Warren Floats 19th Century Policy For 21st Century Tech Problems
Warren is clearly trying to position herself as a protector of consumers who is hip to the internet age (WhatsApp! Instagram! A joke about Bing! Hold on, I’m so excited, I’m going to git me a beer!). But when you delve into the details of her plan, you quickly realize that Warren is using 19th century solutions for 21st century problems.
For instance, Warren cites the Microsoft anti-trust case as an example of how to bust monopolies even when the product is free. While there were other issues involved, the central issue in that case was whether Microsoft could bundle its Internet Explorer web browser with its operating software. But nearly 20 years later, as consumers eagerly purchase Apple phones running Apple software that default to Apple’s browser (and Google and Microsoft take similar approaches), it seems pretty clear that the market eventually validated and even expanded upon Microsoft’s approach.
Moreover, it is unclear how Warren plans on breaking up a company like Facebook. Splitting it into two networks would defeat the entire purpose (although it would be appealing to separate the crazed political posters from the single women posting photos of desserts). And you can’t allow third-party developers to access the network. That would eliminate Facebook’s trademark uniformity and bring back the MySpace era, where you would click on someone’s profile and an Avril Lavigne song would start blaring as animated hamsters did everything in their power to trigger an epileptic seizure. MySpace’s permissive customization made social media feel like the heffalumps and woozles scene from Winnie the Pooh.
Warren could plausibly succeed in separating Facebook from Instagram and WhatsApp, but it is unclear what this would accomplish. The services are already free. Perhaps they would start competing on their terms of service, but that seems unlikely given that no user has ever read their terms of service.
Apple Should Also Be Busted Up, Apparently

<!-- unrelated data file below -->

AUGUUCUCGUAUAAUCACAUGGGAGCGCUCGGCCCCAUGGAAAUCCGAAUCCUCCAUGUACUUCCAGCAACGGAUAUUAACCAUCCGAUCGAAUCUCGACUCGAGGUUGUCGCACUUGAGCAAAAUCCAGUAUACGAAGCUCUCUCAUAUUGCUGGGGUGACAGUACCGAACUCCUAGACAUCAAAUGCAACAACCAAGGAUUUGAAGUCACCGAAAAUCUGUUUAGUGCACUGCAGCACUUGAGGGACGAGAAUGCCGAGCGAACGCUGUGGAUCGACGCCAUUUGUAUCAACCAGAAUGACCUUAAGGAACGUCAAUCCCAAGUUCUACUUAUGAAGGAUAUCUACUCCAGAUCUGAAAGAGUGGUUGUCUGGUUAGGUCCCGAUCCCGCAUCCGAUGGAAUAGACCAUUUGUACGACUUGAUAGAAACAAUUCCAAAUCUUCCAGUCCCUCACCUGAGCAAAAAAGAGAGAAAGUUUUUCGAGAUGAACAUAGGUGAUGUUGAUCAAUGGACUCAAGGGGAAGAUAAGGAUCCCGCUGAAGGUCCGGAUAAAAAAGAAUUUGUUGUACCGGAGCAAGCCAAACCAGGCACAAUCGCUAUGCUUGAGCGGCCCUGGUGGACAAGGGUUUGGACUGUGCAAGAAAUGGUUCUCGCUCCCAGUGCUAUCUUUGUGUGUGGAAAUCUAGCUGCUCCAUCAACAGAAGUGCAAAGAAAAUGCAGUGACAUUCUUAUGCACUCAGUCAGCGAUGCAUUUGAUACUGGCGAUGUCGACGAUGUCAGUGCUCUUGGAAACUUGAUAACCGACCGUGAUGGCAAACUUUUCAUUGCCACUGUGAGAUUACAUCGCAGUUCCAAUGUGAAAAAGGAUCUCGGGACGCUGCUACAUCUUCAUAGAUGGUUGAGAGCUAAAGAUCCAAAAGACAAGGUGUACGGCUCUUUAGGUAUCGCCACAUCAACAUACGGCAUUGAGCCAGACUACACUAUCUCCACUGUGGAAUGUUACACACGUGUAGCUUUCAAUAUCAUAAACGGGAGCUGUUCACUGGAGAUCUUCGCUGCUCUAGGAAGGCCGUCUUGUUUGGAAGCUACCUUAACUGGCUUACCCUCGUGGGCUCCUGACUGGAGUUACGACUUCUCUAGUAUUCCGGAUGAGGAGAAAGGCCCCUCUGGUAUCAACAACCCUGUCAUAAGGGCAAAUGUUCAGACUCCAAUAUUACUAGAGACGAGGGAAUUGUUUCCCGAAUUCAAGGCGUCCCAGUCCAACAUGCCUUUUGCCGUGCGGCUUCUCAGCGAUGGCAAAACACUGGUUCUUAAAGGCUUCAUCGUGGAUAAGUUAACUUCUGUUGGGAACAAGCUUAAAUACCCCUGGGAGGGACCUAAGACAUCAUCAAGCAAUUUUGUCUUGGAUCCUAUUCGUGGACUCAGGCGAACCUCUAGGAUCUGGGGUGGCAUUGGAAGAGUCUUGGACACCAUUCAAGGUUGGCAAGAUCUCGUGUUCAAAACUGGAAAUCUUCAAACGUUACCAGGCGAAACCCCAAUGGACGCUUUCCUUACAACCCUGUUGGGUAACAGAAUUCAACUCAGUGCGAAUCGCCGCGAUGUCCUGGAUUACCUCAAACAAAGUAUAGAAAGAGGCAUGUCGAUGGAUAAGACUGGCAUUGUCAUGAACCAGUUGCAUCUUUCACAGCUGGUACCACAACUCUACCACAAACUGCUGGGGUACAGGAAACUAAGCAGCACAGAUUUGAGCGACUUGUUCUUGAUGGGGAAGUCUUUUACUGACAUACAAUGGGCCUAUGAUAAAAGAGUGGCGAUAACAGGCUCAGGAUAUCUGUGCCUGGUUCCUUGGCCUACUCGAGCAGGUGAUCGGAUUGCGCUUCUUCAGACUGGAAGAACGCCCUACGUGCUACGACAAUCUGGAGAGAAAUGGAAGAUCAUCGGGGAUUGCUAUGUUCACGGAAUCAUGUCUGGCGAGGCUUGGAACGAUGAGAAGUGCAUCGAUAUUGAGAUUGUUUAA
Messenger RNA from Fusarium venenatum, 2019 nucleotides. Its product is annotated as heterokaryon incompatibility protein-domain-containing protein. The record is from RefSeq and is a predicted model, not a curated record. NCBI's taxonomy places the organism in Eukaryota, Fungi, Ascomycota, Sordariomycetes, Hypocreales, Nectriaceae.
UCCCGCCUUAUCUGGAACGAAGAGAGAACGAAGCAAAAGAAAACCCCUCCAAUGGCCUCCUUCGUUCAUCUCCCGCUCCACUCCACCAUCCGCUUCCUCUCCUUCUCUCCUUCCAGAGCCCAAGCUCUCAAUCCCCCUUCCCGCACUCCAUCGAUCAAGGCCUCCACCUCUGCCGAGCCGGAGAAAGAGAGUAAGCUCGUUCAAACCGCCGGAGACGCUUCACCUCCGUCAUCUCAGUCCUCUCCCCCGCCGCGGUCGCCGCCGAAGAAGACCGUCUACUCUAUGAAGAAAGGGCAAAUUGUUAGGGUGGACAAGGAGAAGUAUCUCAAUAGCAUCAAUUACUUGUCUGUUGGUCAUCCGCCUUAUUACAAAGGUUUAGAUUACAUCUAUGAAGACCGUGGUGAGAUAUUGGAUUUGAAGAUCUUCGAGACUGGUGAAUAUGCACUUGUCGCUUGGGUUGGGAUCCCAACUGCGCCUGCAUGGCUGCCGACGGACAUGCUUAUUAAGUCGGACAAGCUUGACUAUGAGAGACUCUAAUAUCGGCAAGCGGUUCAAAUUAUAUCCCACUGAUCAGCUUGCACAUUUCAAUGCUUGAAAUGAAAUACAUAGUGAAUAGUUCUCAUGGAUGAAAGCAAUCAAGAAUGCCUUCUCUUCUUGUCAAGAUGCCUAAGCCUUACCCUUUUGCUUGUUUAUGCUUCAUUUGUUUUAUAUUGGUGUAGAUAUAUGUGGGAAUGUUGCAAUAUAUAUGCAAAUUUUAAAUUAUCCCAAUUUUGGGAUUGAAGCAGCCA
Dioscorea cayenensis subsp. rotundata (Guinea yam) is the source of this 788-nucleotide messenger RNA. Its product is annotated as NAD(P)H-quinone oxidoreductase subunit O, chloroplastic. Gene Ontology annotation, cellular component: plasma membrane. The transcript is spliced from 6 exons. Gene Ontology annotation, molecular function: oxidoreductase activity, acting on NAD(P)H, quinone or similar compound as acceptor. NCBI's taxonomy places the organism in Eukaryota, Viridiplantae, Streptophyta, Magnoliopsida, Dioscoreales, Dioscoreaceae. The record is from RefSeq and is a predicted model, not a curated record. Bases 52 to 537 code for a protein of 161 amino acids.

Warren is not limiting her sights to Facebook, Google, and Amazon. In a subsequent interview, Warren stated that Apple shouldn’t be allowed to sell its apps in its App Store: “It’s got to be one or the other,” she said. “Either they run the platform or they play in the store. They don’t get to do both at the same time.”
Warren no doubt thinks that Apple selling its own apps is a textbook case of a vertically integrated monopoly. But other than the fact that those same textbooks say vertically integrated monopolies are bad, Warren can’t really articulate anything nefarious about the App Store. Sure, Apple is giving consumers its own free map app, but doesn’t prevent anyone from downloading Google Maps––most likely because Apple has to compete at the device level and no one wants a phone that only uses Apple Maps.
One area where Warren does have a point is that it is anti-competitive for Amazon to promote AmazonBasics over similar third-party goods. But while that is unfair, it is not the real issue with Amazon. Fixing it will not stop one-third of all malls from closing, and Warren will not be elected president by waging a war against discounted paper towels.
Yang Makes Warren Look Like a Luddite
The larger problem for Warren is that Democratic candidate Andrew Yang is making her look like a Luddite. Yang, a little-known entrepreneur, is garnering a surprising amount of support on the internet (and jumping to within a percentage point of Warren) for his take on why Amazon is destroying traditional retailers.
While Warren claims that Amazon’s success is due to engaging in monopolistic behavior by acquiring Diaper.com, Yang instead points to the fact that the retailer’s massive warehouse and distribution centers are staffed by robots. His campaign is sounding the alarm that up to 36 million jobs may be eliminated due to the imminent arrival of robots and self-driving cars and trucks, and is proposing that America institute a “Freedom Dividend” and other transitional programs to help soften the blow for humans whose jobs will inevitably be replaced by machines.
Yang’s rise has similarities to Donald Trump, who was elected in 2016 in large part because he was able to communicate to voters what they already knew: that global trade had killed many American jobs. Now Yang, perhaps presciently, is saying that international trade is immaterial, because “winter is coming” and the real fight is not between U.S. and Chinese workers, but between human workers and robot workers. And we need to prepare ourselves for when the robots inevitably win.
Now there is Warren, who has entered the fray claiming that she is going to fix the modern economy by stopping Apple from putting a flashlight app on its phones. It seems pretty clear why Warren fails to energize her base, because if this is her solution to create jobs, then the only thing that is going to be anti-competitive is her candidacy.